The resource set includes additional sources to accompany the Primary Source Set and Lesson Ideas to help extend lessons and further student understanding. Primary Source Analysis Worksheets are available on the Elementary Primary Source Sets main page.
The Mendoza Codex combines Aztec pictograms with Spanish text.
The Codex contains a wealth of information about the Aztecs and their empire. For instance, the Codex’s frontispiece relates information about the organization and foundation of the Aztec capital, Tenochtitlan.
This section of the Codex shows the division of Tenochtitlan into four parts which was intended to mirror the organization of the universe, believed to be four parts aligned with the four cardinal directions (north, east, south, west)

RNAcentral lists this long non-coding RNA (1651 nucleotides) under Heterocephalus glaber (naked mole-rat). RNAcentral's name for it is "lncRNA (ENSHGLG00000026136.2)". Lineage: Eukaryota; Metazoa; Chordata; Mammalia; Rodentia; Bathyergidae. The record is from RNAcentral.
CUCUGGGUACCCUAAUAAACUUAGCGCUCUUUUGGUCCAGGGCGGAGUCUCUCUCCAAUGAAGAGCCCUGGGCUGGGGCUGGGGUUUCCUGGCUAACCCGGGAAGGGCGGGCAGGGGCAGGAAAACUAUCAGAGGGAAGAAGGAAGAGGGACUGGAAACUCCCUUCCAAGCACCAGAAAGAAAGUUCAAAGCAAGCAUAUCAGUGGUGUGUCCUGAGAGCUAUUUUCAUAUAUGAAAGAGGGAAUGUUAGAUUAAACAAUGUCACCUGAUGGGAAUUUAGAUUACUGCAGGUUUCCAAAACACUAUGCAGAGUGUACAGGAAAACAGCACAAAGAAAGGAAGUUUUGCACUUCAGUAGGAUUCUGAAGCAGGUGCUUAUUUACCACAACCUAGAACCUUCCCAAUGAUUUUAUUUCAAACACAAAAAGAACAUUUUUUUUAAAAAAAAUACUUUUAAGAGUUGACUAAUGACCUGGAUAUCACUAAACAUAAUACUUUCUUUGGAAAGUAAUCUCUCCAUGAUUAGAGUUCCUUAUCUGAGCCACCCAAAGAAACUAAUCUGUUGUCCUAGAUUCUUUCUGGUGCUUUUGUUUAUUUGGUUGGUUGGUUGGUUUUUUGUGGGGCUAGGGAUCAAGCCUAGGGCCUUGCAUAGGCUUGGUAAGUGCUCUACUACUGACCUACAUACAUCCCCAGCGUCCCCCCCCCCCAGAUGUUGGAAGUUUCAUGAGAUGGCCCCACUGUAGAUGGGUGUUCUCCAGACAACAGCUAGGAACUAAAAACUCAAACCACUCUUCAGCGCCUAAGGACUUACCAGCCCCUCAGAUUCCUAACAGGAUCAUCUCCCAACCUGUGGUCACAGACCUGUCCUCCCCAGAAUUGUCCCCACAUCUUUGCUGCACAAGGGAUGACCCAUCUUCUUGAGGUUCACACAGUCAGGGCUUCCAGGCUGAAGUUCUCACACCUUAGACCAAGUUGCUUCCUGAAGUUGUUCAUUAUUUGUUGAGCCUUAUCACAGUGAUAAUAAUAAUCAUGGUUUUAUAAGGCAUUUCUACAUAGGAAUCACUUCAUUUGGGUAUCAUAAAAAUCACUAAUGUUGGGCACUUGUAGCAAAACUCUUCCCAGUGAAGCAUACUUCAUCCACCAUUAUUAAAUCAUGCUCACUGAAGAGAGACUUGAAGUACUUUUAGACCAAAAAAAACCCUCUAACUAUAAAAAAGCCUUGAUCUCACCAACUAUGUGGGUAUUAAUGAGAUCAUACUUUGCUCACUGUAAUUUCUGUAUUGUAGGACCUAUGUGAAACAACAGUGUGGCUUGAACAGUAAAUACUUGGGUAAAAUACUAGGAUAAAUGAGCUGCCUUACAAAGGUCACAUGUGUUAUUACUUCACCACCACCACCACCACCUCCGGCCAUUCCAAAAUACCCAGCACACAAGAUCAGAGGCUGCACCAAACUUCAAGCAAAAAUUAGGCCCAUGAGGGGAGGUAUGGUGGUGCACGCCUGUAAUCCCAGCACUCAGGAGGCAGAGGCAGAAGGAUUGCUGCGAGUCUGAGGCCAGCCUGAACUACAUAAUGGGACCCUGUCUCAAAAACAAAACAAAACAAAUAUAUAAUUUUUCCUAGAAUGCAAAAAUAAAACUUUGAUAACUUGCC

This section of the Codex shows two scenes of military conquest. The artist emphasizes the military power of the Aztecs by showing two soldiers in hierarchic scale: they physically tower over the two men they defeat. The Aztec warriors are also identified by their shields.
This topographical map of Mexico City and its surroundings dates from around 1550, some three decades after the conquest of the Aztec capital of Tenochtitlán by Hernán Cortés in 1521.
From The Historical Atlas by William R. Shepherd, 1923.